Bustos, who has 10,000 family farms in her Northwest Illinois district, also said she hoped the added financial incentives the administration has introduced will draw in more farmers.

“We can be part of the solution. We want to be part of the solution,” Bustos said. “But we've got to connect all those dots as far as being financially healthy, and being able to make a living and helping the environment.”



The American Farm Bureau Federation, the large farm lobby, also backs CRP, because it can help farmers and ranchers stay profitable.

Regions battling wildfires, extreme temperatures and drought such as the Pacific Northwest and the broader Western U.S. might have higher rates of enrollment this year, said Shelby Myers, an economist at the Farm Bureau.

Environmental groups, like the Theodore Roosevelt Conservation Partnership, are also backing the administration’s efforts to attract more farmers to the program.

But some conservationists are worried that FSA will take land that scores low on the environmental benefits index to meet the goal of enrolling more acres, simply to prove that the program fares better under Biden than it did under former President Donald Trump.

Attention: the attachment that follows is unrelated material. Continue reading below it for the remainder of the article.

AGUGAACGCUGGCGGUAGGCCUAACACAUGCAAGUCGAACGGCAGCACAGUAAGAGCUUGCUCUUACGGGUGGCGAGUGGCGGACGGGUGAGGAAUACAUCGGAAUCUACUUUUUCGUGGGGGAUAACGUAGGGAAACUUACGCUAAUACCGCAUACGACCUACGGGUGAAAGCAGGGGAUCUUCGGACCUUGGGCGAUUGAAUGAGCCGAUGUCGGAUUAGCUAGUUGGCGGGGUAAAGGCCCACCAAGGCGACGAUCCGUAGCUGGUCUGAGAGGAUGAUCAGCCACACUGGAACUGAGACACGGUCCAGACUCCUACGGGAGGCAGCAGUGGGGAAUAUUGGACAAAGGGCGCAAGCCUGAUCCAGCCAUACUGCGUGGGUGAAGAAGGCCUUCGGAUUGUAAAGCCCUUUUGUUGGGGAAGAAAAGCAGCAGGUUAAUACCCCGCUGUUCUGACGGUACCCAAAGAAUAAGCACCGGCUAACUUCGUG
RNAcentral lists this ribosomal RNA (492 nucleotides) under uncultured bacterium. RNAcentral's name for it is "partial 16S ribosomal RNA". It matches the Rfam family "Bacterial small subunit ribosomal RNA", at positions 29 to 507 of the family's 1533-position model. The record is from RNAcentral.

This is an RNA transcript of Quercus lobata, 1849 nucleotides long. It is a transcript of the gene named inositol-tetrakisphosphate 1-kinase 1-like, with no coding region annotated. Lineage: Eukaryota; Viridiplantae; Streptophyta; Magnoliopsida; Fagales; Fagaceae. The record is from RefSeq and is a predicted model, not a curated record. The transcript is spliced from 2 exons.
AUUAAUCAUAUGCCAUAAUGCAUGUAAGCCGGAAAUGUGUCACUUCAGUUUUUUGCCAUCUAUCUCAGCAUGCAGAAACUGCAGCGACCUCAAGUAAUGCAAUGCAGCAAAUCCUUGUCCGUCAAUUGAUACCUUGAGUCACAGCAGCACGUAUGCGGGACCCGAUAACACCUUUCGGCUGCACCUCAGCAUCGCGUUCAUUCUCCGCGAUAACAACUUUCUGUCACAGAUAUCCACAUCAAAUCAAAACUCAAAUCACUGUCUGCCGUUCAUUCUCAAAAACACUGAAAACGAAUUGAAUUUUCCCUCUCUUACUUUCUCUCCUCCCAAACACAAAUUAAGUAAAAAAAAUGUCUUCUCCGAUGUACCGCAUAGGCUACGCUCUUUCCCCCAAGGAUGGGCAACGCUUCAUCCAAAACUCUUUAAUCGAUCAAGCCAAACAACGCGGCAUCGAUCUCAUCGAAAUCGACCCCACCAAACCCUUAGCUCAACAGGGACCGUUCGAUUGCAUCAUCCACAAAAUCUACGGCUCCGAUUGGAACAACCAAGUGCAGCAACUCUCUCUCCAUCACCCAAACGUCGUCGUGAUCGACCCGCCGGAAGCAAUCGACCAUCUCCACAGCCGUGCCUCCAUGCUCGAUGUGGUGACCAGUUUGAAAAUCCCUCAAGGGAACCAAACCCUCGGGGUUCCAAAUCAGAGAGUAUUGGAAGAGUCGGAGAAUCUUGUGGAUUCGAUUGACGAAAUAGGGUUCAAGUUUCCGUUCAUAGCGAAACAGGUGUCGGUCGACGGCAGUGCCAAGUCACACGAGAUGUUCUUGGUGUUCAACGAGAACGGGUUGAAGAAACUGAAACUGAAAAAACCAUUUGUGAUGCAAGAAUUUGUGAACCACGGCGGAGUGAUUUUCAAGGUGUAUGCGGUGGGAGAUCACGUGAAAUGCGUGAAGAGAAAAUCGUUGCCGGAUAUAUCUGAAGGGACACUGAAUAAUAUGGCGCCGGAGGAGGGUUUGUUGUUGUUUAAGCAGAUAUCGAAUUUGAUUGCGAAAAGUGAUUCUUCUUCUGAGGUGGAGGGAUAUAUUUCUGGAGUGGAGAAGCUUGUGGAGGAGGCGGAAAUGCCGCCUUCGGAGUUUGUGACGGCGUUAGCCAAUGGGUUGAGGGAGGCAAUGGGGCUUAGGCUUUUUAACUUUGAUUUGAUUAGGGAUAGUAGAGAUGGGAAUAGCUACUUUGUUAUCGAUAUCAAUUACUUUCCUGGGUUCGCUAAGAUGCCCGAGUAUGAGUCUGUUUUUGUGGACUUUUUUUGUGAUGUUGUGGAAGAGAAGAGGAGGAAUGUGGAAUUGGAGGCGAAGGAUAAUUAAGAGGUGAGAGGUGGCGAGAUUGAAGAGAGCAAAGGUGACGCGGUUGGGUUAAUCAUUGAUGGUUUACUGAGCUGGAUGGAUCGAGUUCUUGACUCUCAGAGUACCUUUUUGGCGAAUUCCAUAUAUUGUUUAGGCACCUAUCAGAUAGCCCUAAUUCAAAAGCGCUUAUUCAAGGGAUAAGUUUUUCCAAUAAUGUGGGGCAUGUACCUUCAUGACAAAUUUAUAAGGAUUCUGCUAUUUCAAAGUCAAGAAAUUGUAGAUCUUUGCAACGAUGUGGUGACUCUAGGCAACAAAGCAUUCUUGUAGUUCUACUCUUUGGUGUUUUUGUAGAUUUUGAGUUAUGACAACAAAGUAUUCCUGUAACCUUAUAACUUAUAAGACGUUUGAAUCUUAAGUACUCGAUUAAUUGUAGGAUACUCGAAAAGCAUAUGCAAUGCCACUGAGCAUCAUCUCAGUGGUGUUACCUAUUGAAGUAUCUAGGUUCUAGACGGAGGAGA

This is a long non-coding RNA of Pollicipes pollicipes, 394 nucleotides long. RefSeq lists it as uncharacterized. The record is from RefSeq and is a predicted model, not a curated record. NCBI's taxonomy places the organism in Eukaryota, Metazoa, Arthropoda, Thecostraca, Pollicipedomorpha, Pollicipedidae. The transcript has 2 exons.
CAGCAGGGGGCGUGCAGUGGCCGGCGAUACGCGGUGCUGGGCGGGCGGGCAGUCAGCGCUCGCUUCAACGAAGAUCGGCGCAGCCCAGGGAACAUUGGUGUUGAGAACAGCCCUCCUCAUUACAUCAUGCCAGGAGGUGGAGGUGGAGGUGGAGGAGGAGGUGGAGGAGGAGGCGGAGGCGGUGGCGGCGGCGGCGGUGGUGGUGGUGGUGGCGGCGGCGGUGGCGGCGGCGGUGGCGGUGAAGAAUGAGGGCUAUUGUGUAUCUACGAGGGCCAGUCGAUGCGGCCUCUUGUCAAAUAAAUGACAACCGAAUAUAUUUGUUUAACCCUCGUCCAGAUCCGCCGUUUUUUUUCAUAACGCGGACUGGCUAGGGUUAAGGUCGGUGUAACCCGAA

The quality of land enrolled in the program is a constant worry, Zoebisch said. She added that taking in land that scores low would be a waste of taxpayer dollars.

“There's definitely a benefit to having certain parts of agricultural fields taken out of production and protected with permanent grasses and cover,” Zoebisch said. “But we also don't want to be just allowing any land into the CRP general sign-up. We want it to be of high environmental benefit.”